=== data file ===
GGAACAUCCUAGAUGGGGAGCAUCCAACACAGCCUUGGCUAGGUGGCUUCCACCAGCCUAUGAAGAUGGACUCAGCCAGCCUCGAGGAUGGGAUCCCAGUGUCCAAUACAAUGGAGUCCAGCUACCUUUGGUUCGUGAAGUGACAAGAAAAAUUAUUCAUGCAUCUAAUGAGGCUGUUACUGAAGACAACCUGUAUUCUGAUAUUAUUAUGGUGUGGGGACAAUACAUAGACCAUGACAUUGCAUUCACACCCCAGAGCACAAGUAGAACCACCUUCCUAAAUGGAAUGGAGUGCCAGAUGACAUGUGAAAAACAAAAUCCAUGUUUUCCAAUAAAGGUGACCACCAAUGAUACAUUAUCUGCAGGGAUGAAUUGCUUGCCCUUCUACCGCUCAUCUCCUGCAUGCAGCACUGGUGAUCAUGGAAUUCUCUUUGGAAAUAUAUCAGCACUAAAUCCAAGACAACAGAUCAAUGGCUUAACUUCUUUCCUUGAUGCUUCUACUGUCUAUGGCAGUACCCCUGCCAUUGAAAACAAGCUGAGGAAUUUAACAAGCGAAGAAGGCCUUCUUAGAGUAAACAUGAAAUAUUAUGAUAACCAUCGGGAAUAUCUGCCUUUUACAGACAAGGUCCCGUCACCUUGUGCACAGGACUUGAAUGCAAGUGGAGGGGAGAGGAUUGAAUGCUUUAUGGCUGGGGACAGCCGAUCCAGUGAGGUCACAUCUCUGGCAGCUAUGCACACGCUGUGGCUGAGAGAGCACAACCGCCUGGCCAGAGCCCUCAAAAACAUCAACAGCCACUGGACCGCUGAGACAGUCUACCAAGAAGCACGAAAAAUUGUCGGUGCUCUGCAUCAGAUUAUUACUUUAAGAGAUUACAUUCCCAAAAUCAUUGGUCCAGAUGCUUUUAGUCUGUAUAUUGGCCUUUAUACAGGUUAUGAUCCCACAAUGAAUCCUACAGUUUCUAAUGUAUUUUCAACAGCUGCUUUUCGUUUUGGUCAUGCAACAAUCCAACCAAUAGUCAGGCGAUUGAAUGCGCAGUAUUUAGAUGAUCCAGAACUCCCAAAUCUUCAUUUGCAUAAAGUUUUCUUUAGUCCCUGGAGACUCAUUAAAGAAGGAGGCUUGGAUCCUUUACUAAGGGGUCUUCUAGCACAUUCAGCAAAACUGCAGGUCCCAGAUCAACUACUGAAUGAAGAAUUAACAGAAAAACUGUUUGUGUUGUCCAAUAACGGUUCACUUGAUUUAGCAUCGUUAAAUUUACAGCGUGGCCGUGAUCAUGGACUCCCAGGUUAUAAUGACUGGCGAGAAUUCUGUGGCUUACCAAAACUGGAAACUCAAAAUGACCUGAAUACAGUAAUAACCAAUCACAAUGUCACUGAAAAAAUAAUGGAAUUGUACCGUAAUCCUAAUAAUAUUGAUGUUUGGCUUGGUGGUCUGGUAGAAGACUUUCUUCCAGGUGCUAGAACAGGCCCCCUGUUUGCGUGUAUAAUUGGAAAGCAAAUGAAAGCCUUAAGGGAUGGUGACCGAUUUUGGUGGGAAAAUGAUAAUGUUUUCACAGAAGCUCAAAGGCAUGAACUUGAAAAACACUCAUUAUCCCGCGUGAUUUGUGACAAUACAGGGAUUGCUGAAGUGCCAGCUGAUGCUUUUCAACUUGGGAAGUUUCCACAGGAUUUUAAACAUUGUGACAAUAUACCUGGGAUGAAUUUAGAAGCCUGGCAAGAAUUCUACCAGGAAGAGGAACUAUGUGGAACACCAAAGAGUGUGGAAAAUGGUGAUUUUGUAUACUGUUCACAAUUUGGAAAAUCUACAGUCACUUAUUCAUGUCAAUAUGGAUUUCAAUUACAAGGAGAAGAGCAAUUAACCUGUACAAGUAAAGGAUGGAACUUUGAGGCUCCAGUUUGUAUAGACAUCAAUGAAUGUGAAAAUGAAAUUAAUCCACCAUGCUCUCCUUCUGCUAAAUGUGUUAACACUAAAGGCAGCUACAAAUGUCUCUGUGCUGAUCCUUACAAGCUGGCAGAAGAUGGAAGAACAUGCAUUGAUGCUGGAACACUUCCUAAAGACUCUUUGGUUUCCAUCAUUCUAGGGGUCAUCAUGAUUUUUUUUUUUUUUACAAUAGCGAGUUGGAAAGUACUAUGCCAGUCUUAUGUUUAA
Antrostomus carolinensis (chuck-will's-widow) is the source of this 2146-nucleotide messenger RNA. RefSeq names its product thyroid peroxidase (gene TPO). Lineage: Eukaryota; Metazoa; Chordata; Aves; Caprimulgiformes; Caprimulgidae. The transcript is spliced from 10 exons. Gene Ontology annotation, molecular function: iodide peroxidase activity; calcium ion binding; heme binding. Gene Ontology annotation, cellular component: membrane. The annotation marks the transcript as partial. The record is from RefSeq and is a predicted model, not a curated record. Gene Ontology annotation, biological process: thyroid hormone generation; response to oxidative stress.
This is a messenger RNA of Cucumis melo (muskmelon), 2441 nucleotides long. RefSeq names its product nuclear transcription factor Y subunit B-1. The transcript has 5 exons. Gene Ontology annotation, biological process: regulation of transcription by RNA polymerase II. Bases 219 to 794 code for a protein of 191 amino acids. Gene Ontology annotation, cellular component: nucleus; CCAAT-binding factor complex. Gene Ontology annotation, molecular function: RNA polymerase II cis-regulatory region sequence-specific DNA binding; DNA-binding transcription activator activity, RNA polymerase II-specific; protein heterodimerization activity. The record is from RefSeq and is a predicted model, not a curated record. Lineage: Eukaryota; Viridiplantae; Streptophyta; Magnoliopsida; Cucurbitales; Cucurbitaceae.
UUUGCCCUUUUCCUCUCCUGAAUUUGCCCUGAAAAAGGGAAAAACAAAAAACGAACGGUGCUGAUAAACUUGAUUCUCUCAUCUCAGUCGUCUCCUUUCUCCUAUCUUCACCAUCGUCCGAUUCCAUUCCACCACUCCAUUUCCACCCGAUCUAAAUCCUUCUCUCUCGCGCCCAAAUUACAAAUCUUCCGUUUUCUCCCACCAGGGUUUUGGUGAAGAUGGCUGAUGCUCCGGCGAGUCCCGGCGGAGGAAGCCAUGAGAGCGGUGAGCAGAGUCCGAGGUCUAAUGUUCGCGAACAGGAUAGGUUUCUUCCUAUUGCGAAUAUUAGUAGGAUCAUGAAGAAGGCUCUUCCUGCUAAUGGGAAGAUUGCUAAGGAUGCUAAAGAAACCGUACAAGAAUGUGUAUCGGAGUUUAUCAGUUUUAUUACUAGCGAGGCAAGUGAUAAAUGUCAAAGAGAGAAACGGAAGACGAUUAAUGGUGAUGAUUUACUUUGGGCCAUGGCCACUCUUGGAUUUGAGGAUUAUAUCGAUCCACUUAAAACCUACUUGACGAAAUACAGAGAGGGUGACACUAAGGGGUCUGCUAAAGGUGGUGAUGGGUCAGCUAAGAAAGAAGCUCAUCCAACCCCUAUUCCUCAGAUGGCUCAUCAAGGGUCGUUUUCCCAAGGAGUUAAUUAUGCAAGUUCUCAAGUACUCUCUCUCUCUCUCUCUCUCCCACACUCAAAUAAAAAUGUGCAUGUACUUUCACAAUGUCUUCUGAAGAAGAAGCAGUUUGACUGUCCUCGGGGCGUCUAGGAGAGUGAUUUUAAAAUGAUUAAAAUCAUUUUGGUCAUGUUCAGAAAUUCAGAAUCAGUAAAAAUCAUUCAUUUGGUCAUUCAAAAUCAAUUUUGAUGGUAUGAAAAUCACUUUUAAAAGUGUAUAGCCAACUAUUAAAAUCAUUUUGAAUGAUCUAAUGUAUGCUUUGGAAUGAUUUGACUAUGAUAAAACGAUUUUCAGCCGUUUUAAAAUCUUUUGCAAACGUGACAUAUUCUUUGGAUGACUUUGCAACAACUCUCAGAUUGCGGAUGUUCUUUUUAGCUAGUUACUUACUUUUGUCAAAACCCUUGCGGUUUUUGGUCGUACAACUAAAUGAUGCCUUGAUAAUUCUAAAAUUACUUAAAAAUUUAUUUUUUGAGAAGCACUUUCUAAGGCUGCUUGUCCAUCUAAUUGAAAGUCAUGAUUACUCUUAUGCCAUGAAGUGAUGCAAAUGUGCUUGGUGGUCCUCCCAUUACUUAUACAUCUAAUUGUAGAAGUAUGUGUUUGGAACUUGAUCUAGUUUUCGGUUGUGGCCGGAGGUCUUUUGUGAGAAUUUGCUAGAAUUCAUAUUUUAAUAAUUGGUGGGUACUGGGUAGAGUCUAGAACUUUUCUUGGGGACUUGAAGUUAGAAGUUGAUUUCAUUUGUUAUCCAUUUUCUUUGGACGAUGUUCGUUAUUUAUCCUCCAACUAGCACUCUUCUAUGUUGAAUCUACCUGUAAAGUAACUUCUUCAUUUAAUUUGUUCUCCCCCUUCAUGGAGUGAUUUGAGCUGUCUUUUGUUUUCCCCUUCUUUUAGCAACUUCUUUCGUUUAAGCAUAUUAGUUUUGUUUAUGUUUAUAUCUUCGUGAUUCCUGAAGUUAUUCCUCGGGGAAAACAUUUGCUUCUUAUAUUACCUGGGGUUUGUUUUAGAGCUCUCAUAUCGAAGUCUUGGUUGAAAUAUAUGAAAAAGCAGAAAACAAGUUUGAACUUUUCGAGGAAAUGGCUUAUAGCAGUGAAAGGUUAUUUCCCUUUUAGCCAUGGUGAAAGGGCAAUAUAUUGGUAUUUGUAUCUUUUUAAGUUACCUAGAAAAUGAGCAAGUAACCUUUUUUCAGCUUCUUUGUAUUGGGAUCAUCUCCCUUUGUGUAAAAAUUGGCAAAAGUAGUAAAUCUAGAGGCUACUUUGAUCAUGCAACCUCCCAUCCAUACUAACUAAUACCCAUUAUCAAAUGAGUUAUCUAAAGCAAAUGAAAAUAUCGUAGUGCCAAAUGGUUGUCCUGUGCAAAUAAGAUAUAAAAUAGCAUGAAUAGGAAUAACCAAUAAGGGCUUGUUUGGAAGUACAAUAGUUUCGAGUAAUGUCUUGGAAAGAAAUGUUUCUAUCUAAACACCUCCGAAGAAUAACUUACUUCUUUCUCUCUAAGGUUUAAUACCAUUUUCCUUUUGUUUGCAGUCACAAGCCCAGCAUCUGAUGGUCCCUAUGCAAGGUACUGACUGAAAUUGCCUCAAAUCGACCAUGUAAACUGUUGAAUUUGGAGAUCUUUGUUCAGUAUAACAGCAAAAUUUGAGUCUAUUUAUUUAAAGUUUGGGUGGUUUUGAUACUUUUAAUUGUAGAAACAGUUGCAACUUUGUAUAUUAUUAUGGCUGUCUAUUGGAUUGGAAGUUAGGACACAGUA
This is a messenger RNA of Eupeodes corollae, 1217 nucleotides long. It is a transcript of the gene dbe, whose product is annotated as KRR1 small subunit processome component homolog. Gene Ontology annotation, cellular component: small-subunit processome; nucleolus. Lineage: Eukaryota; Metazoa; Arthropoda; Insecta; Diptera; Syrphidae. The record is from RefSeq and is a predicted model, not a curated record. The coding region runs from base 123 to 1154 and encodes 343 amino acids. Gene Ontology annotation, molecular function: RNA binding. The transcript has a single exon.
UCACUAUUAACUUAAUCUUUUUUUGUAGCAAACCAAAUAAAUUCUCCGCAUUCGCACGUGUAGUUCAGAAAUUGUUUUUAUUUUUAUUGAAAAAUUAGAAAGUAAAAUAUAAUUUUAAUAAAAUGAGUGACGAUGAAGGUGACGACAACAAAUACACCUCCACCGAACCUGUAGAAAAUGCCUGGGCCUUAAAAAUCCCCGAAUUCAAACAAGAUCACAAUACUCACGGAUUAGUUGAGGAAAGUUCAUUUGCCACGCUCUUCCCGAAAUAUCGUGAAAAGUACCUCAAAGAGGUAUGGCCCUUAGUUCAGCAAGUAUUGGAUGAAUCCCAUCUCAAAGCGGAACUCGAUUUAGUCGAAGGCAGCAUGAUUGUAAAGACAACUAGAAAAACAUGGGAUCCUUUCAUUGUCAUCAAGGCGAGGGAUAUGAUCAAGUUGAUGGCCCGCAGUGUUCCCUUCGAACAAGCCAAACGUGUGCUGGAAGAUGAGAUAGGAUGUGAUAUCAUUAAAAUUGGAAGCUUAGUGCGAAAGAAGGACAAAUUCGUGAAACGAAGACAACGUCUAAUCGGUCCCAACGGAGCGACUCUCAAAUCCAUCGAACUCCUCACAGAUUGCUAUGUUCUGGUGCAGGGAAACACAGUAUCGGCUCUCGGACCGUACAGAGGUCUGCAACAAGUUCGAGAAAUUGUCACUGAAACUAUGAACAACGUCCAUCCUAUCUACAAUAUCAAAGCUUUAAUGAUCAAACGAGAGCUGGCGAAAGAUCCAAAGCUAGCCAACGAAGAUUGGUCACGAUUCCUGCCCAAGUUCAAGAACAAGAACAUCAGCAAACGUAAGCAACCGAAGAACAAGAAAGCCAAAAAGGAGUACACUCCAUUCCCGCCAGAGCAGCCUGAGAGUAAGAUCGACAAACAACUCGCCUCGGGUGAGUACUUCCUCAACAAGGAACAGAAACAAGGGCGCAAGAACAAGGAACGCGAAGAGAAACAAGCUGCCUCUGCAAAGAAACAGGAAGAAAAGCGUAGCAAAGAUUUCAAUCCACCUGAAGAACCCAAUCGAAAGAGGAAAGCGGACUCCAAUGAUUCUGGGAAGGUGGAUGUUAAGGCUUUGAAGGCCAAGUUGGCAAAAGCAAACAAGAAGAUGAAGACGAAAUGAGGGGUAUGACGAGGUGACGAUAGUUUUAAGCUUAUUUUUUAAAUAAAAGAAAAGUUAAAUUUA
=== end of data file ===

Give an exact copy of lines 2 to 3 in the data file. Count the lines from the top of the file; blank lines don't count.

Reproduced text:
Antrostomus carolinensis (chuck-will's-widow) is the source of this 2146-nucleotide messenger RNA. RefSeq names its product thyroid peroxidase (gene TPO). Lineage: Eukaryota; Metazoa; Chordata; Aves; Caprimulgiformes; Caprimulgidae. The transcript is spliced from 10 exons. Gene Ontology annotation, molecular function: iodide peroxidase activity; calcium ion binding; heme binding. Gene Ontology annotation, cellular component: membrane. The annotation marks the transcript as partial. The record is from RefSeq and is a predicted model, not a curated record. Gene Ontology annotation, biological process: thyroid hormone generation; response to oxidative stress.
This is a messenger RNA of Cucumis melo (muskmelon), 2441 nucleotides long. RefSeq names its product nuclear transcription factor Y subunit B-1. The transcript has 5 exons. Gene Ontology annotation, biological process: regulation of transcription by RNA polymerase II. Bases 219 to 794 code for a protein of 191 amino acids. Gene Ontology annotation, cellular component: nucleus; CCAAT-binding factor complex. Gene Ontology annotation, molecular function: RNA polymerase II cis-regulatory region sequence-specific DNA binding; DNA-binding transcription activator activity, RNA polymerase II-specific; protein heterodimerization activity. The record is from RefSeq and is a predicted model, not a curated record. Lineage: Eukaryota; Viridiplantae; Streptophyta; Magnoliopsida; Cucurbitales; Cucurbitaceae.